Thoughts on the world, homeopathy, mindfulness and food...
A collection of blog posts - feel free to respond with your thoughts and comments - I love to have feedback - thank you!
Which was a rather sweepingly bold (or so I thought) statement I overhead recently. Not surprisingly coming from someone who works for a company that appears to make a lot of their income from selling supplements. Having had a year where the majority of my food intake has been fruits, veggies, nuts and seeds I would have to say that maybe this isn't quite true. Yes, food quality may have decreased somewhat since the 1950s which did seem to be a large part of his argument, but no, for me, so far so good and whilst I do supplement with Vitamin B12 and Vitamin D, this wasn't quite what he was referring to. But the good thing was that you could get yourself a shake that had everything you needed to kick start your day and get your system raring to go. And they even came in chocolate, strawberry, toffee apple or coffee flavours. Mmmmm. I think I'll stick to my fruity breakfast. That tastes like fruit for the simplest reason there is. Yup. It is fruit. What a revelation.
I also heard a lot about protein and how our body requires lots of protein to function properly. The main problem (aside obviously from the absolute lack of nutrients and need to substitute them with a chocolate flavoured mix of dehydrated, extracted vitamins and minerals in a non optimised format (I say that as struggle to believe that we can beat nature at her own game - where is the natural fibre in it please for starters?)) is that none of us have enough protein. I'm aware this may be a contentious issue but even the World Health Organisation suggests that we require approximately 5% of our calorific intake to be from protein. Not a fact that the protein pushers would have us know. A banana has around 5% of it's calorific value which is protein. Milk, by which I mean the milk humans are designed to drink, breastmilk, has around 3% protein. This is the time we are growing the most, that we need the most protein. Fully formed, grown ups, I don't believe that we need the 30% protein that many of us ingest on a daily basis.
Studies would suggest that maybe we don't, and that in some instances an excess of protein (in particular from animal sources) may be a negative thing for us, leading us down the track of obesity, heart disease, diabetes, autoimmune illnesses and more. But back to the supplements, I think I'll take my chances, know what I'm getting (as much as you can these days!) in my actual food and leave the science fiction out of my diet for now.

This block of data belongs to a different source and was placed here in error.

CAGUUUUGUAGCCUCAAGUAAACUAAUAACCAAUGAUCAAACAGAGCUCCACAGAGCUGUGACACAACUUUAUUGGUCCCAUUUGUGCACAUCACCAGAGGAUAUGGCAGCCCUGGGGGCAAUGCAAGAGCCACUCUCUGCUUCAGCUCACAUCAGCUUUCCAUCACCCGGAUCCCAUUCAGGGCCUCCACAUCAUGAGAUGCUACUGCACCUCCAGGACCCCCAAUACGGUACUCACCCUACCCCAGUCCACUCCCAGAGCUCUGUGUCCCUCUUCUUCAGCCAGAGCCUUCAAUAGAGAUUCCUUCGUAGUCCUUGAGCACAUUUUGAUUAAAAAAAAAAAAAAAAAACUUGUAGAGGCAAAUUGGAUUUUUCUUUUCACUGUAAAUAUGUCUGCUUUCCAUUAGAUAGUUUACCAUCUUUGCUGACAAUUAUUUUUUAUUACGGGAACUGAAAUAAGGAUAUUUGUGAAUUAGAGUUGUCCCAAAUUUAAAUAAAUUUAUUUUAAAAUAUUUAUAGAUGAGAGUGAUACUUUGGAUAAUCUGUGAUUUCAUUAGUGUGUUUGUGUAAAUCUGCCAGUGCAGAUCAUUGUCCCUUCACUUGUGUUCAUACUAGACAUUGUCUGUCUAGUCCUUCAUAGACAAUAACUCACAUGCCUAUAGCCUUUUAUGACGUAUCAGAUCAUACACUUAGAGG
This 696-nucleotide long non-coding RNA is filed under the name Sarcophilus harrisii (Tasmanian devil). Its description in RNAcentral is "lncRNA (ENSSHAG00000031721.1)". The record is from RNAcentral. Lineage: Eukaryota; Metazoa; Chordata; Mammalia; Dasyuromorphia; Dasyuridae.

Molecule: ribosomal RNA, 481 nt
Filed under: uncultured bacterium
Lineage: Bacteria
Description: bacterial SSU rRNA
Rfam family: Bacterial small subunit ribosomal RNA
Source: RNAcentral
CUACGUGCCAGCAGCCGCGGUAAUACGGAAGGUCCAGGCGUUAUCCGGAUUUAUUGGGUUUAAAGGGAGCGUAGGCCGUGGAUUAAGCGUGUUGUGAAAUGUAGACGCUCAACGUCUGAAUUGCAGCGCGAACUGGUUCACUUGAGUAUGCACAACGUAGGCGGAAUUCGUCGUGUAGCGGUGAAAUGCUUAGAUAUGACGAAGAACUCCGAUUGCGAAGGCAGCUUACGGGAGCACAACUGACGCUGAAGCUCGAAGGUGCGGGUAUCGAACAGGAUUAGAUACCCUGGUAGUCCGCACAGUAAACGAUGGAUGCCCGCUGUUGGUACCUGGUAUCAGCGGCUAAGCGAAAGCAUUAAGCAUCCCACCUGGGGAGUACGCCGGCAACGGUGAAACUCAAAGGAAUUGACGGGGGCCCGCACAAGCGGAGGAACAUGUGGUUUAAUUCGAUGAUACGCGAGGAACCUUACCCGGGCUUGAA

With peace and acceptance that there's a million ways to do anything and nothing means my way is the 'right' one either!
PS I did want to say that should you have deficiences in a diet that I believe supplements can be great - however as a matter of course and on a daily basis my view is that we can gain the majority of what we need from a whole food plant based diet with no struggle. Sadly there is no sunshine. Yet. So we continue with the VitD through the winter...
Obviously to be chanted in a batman-y kind of way. Obviously.
Anyway tea, dinner, supper, food tonight was too good not to share. It's one of my favourites anyway but tonight's addition of mango made it super tasty. My brilliant camerawoman meant I didn't have to film and talk and create all at once. Although I think it may cost me. She drives a hard bargain. And does a great job.
So without further ado... here's dinner!
Let me know what you think! And Isla would love feedback on the video too - she's asked for me to get opinions...
A lot like the great big fat cancerous tobacco myth, I balked at titling this blog The great big fat cancerous milk myth, but actually that was my first choice. Because milk isn't this innocuous substance that's all warm and friendly and you want to give to your kids, cats, dogs and yourself. Or at least whilst it may appear that way, below the surface there are uncomfortable truths to discover.
Uncomfortable truths to hear, as a parent who believed milk was the next best thing to, well, human milk, I admit I took a bit of convincing. But now there is resolutely no going back. However, it's so well established in our society and culture that nobody stops to question whether we should be listening to the advice to drink milk to increase our calcium sources and prevent against osteoporosis, grow healthy bones, teeth and more. It turns out we're at the peak milk drinking that we've ever been at and with more osteoporosis than ever before. The maths just doesn't add up.